Ordered Lists

One common type of list is the "ordered list." Within such a list, the web browser will automatically number and indent each list item for you. This way, you can add and remove and rearrange items without having to change your entire numbering scheme.

An ordered list begins with the <ol> tag.

Each list item begins with the tag <li> ("list item"). When displayed, this will start a new line with the correct number and indentation. There can be any number of <li> tags.

Finally, the list ends with the tag </ol>:

What you write in your HTML file
How it looks on your web page
<li> COS 109 lab
<li> Call home
<li> Sleep
  1. COS 109 lab
  2. Call home
  3. Sleep

Unordered Lists

Unordered lists are nearly identical to ordered lists, except the browser does not automatically number the list items for you. Instead, it uses symbols such as box or a circle to mark each list item.

You can create an unordered list in the same way as an ordered list. Just use the <ul> </ul> tags instead of <ol> </ol>. Here's the same list, unordered:

What you write in your HTML file
How it looks on your web page
<li> COS 109 problem set
<li> Call home
<li> Sleep
  • COS 109 problem set
  • Call home
  • Sleep

Use an ordered or unordered list to add a "Top 5" list to your page. It can be anything: your top five movies, albums, books, food, or whatever.

Part 6: Graphics and Sound

Very Important: Material on other web sites may be subject to copyright, and there are both legal and University restrictions on what you can do with copyrighted material, including images and sound. The law is evolving in this area and copyright holders are becoming very aggressive in asserting their rights (and sometimes more than their rights). You should be aware of the University's policy on intellectual property rights.

In part, this says

"If there is an image, a background pattern, a section of text or a musical, film or video selection that you would like to use, you should make a good faith effort to determine that such use constitutes a "fair use" under copyright law or you must obtain permission of the owner or copyright-holder. As a general matter, you are free to establish links to Web pages you enjoy and which you would like to share with others. But you are not generally free to copy or redistribute the work of others on World Wide Web (or elsewhere) without authorization and proper attribution."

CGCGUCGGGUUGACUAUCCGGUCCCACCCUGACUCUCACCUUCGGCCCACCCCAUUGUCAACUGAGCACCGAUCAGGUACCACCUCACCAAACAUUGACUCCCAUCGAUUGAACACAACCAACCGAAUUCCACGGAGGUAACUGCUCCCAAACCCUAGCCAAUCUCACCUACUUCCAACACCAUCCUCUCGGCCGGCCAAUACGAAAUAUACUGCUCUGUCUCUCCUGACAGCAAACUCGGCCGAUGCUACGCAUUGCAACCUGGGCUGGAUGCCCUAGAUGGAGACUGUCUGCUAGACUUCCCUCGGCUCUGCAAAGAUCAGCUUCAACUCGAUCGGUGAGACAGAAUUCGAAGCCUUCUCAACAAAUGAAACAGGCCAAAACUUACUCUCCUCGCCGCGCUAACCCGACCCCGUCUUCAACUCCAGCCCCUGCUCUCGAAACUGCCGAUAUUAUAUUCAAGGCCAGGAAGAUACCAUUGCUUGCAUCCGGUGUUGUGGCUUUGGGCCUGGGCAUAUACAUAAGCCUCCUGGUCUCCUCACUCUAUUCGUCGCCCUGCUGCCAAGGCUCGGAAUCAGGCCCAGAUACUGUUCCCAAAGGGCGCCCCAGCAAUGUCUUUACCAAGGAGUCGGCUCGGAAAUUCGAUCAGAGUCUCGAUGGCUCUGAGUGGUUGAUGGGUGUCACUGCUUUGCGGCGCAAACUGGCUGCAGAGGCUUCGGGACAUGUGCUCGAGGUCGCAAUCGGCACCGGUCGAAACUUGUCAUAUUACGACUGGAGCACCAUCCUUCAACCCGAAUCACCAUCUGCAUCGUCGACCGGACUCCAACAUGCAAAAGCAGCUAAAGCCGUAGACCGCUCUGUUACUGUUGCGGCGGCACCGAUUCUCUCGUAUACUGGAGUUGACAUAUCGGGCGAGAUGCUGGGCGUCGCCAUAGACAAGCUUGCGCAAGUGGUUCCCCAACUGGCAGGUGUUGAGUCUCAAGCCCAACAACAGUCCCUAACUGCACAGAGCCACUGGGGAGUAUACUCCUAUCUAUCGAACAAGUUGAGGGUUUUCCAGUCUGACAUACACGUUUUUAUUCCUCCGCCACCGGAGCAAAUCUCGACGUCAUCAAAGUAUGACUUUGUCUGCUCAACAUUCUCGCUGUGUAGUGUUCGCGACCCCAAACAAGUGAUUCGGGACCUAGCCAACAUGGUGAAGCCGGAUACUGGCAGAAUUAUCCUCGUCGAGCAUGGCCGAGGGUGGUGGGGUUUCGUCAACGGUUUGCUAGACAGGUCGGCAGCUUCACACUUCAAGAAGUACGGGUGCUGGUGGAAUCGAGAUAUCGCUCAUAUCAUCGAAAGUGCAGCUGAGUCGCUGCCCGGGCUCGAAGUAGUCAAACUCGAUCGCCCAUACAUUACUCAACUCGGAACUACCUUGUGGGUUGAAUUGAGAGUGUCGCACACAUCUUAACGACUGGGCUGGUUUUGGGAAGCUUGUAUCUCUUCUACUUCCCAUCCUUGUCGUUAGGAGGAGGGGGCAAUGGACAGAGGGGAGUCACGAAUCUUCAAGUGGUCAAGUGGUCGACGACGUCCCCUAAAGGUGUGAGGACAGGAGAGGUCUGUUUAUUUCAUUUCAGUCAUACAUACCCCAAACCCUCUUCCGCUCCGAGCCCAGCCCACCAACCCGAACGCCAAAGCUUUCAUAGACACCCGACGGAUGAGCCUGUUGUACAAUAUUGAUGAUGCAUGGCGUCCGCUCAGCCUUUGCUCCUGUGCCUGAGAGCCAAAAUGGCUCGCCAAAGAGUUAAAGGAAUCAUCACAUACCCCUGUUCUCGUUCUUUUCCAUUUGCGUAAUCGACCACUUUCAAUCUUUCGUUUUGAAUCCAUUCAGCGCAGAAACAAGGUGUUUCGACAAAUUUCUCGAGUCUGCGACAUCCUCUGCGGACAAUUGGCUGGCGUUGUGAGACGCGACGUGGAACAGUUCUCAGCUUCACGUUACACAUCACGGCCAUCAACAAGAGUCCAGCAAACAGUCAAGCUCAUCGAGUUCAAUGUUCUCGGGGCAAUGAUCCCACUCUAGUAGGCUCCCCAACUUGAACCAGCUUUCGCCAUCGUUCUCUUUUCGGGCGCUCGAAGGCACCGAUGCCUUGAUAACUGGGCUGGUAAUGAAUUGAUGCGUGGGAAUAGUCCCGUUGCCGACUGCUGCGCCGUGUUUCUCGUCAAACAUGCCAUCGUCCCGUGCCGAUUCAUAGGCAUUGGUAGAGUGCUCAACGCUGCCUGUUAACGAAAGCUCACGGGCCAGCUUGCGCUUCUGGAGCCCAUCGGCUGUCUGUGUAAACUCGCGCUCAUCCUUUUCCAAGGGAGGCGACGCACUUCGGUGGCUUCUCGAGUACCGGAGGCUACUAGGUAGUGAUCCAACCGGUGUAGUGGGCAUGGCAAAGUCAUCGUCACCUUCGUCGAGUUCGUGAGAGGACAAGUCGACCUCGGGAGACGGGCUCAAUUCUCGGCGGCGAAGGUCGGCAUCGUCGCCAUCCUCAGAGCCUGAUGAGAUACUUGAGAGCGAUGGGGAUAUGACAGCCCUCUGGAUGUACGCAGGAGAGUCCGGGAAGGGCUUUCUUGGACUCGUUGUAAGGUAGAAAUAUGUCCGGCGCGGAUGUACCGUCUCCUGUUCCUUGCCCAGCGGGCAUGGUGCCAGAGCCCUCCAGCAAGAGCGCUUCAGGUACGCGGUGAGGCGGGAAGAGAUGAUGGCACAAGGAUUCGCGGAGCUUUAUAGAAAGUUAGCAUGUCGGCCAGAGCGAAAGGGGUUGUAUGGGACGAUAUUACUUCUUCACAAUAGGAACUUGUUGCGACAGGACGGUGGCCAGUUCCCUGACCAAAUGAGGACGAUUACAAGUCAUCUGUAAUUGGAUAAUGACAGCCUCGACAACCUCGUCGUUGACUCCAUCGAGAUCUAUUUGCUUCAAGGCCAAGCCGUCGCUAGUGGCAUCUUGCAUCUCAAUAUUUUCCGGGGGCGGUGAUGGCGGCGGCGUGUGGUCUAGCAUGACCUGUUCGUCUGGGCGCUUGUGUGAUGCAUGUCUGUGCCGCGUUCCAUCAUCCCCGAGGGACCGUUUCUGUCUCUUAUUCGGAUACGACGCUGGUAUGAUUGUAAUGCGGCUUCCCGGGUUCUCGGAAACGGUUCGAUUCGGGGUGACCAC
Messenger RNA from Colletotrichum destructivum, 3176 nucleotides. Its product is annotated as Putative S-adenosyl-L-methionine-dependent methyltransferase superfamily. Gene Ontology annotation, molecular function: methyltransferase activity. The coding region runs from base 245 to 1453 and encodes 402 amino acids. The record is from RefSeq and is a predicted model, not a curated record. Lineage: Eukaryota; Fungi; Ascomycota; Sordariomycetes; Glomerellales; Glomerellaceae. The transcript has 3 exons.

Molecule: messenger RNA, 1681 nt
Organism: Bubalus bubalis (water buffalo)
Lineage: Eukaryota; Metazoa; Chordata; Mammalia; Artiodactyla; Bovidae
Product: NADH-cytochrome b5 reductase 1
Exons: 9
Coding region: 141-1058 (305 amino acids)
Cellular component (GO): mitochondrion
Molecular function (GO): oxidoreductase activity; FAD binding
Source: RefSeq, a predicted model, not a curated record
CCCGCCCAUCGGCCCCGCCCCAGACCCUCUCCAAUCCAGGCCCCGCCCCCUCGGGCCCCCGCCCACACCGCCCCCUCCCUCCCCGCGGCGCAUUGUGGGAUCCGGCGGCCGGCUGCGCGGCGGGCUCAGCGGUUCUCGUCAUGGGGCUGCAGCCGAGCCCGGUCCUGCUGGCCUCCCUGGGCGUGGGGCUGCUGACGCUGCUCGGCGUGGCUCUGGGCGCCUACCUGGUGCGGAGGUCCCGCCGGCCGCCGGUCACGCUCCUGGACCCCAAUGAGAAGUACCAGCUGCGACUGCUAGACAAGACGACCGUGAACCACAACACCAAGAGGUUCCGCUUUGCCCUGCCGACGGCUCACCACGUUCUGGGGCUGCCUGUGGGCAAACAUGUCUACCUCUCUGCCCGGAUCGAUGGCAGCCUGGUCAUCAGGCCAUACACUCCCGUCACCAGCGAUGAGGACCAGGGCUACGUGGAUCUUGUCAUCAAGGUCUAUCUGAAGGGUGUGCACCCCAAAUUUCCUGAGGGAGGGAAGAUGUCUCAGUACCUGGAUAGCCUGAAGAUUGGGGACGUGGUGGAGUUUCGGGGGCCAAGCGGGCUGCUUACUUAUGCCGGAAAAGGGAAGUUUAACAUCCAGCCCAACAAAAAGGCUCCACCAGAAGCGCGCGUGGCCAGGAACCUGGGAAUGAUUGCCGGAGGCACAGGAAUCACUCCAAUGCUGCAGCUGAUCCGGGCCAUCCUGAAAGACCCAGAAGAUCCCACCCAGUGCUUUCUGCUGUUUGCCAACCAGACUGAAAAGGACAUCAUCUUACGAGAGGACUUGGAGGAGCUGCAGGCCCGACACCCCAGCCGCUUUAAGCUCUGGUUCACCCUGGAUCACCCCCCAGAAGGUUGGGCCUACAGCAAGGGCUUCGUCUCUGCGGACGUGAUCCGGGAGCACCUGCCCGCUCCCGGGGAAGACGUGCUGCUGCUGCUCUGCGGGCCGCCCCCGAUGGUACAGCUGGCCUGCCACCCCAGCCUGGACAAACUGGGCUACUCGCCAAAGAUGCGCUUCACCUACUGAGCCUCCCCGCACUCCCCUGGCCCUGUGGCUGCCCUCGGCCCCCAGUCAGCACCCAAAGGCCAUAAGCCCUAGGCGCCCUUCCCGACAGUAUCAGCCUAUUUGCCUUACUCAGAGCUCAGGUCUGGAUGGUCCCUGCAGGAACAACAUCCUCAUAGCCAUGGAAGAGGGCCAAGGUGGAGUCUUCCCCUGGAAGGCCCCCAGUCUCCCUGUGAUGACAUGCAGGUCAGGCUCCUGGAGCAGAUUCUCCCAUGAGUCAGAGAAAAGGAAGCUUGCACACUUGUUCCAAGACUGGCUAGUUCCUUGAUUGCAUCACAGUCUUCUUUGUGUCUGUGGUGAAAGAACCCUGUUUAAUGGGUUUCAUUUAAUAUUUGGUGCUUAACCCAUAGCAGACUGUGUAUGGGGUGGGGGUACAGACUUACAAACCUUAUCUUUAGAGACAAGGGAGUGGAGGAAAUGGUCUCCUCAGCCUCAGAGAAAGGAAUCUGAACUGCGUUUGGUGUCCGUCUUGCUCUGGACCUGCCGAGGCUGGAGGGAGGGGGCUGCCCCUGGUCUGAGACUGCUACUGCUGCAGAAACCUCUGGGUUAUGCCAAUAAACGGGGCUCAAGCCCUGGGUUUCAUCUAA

Accordingly, you should be especially careful of images or sounds that might be of commercial value to their copyright owners. If a site has an explicit copyright notice, you should not copy anything from it.

For purposes of this lab, and in creating other web pages, you should add a citation for each image or sound that you link to or copy; this is directly equivalent to citing sources of quotations in a paper. If there is any ambiguity about whether a sound or image is copyrighted, use a link, not a local copy.

Adding Graphics

One of the things that distinguishes an eye-catching site from a mundane one is the clever use of pictures, or graphics. These graphics can come from many different places -- you might draw them yourself on the computer, you might upload photographs, or under some circumstances you can take them from other web sites.

In an upcoming lab you will learn more about graphics. For now you can use some of the ones you've found on the Web, or any other picture you have on a computer. As long as the filenames of the pictures you are using end in ".gif" or ".jpg", the pictures should be displayable.

First, make a link to an image without copying it onto your computer:

  • Find a graphic you like somewhere on the web.
  • Right-click on it to determine the file name (e.g., by selecting "Save Picture As...")
  • Add an IMG tag that refers to the image:
      <IMG SRC="URL/filename">
    (You can also get this name with Properties on Firefox.)
  • Add text that cites URL from which the image file is being loaded.
  • Save and view your web page to make sure the picture appears correctly.

    Next, display a picture which you've saved onto your computer:

  • Find a graphic you like somewhere, subject to the copyright concerns discussed above; graphics from any Princeton web site should be fine.
  • Right-click on it and save it locally (e.g., by selecting "Save Picture As..."). Save the picture in the same folder as your HTML file, that is, in public_html.
  • Type the following line into your HTML file to include this image:
      <IMG SRC="the image file name goes here">
  • Add text that gives the URL from which the image file came.
  • Adding Sound

    In a later lab, you'll learn how to record, capture, and edit your own sounds. For now, however, we will be working with sounds that you find somewhere on the Web.